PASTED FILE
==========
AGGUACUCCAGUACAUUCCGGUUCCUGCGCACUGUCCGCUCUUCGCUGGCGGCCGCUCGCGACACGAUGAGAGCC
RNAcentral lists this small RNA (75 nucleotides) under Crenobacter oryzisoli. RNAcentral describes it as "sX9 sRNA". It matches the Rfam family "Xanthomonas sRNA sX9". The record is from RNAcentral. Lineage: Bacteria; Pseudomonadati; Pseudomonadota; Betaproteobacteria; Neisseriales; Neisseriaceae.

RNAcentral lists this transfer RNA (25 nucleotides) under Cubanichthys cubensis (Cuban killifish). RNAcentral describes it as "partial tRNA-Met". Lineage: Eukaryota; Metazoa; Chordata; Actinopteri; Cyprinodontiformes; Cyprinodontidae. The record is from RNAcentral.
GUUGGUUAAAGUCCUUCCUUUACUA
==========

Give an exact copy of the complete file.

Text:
AGGUACUCCAGUACAUUCCGGUUCCUGCGCACUGUCCGCUCUUCGCUGGCGGCCGCUCGCGACACGAUGAGAGCC
RNAcentral lists this small RNA (75 nucleotides) under Crenobacter oryzisoli. RNAcentral describes it as "sX9 sRNA". It matches the Rfam family "Xanthomonas sRNA sX9". The record is from RNAcentral. Lineage: Bacteria; Pseudomonadati; Pseudomonadota; Betaproteobacteria; Neisseriales; Neisseriaceae.

RNAcentral lists this transfer RNA (25 nucleotides) under Cubanichthys cubensis (Cuban killifish). RNAcentral describes it as "partial tRNA-Met". Lineage: Eukaryota; Metazoa; Chordata; Actinopteri; Cyprinodontiformes; Cyprinodontidae. The record is from RNAcentral.
GUUGGUUAAAGUCCUUCCUUUACUA